Lawn People: How Grasses, Weeds, and Chemicals Make Us Who We Are

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Temple University Press, Jun 20, 2012 - Gardening - 208 pages
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For some people, their lawn is a source of pride, and for others, caring for their lawn is a chore. Yet for an increasing number of people, turf care is a cause of ecological anxiety. In Lawn People, author Paul Robbins, asks, "How did the needs of the grass come to be my own?" In his goal to get a clearer picture of why people and grasses do what they do, Robbins interviews homeowners about their lawns, and uses national surveys, analysis from aerial photographs, and economic data to determine what people really feel about-and how they treat-their lawns.

Lawn People places the lawn in its ecological, economic, and social context. Robbins considers the attention we pay our turfgrass-the chemicals we use to grow lawns, the hazards of turf care to our urban ecology, and its potential impact on water quality and household health. He also shows how the ecology of cities creates certain kinds of citizens, deftly contrasting man's control of the lawn with the lawn's control of man.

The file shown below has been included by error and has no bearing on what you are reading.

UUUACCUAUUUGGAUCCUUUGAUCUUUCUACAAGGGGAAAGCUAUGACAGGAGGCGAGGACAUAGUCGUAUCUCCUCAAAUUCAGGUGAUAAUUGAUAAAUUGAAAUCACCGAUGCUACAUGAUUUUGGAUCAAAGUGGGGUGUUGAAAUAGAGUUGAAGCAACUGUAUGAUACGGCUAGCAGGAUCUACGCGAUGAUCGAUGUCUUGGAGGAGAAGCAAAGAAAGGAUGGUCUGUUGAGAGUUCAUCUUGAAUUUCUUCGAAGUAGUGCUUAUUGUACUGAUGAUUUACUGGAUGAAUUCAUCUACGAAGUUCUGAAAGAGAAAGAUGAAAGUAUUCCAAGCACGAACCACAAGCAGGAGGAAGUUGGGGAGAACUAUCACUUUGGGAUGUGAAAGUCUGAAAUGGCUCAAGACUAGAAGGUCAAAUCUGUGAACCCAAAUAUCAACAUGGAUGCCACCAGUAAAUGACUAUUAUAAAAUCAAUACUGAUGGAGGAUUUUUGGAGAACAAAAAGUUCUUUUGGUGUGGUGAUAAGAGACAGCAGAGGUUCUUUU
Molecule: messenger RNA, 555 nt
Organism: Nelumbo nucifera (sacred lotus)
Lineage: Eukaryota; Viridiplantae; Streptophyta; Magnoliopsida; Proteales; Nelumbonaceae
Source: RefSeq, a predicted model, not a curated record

Lawn People provides an intriguing examination of nature's influence on landscape management and on the ecosystem.


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1 Explaining Lawn People
2 Is the Lawn an Expression of American Culture?
3 Does the Lawn Necessarily Require Inputs?
4 Are Lawn Inputs a Hazard?
5 Does the Industry Meet or Produce Demand?
6 Do Lawn People Choose Lawns?
7 Can Lawn People Choose Alternatives?
8 Becoming Turfgrass Subjects
Suggestions and Sources for Lawn Alternatives
Data Development and Analysis
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About the author (2012)

Paul Robbins is Associate Professor in the Department of Geography and Regional Development at the University of Arizona. He is the author of Political Ecology: A Critical Introduction.

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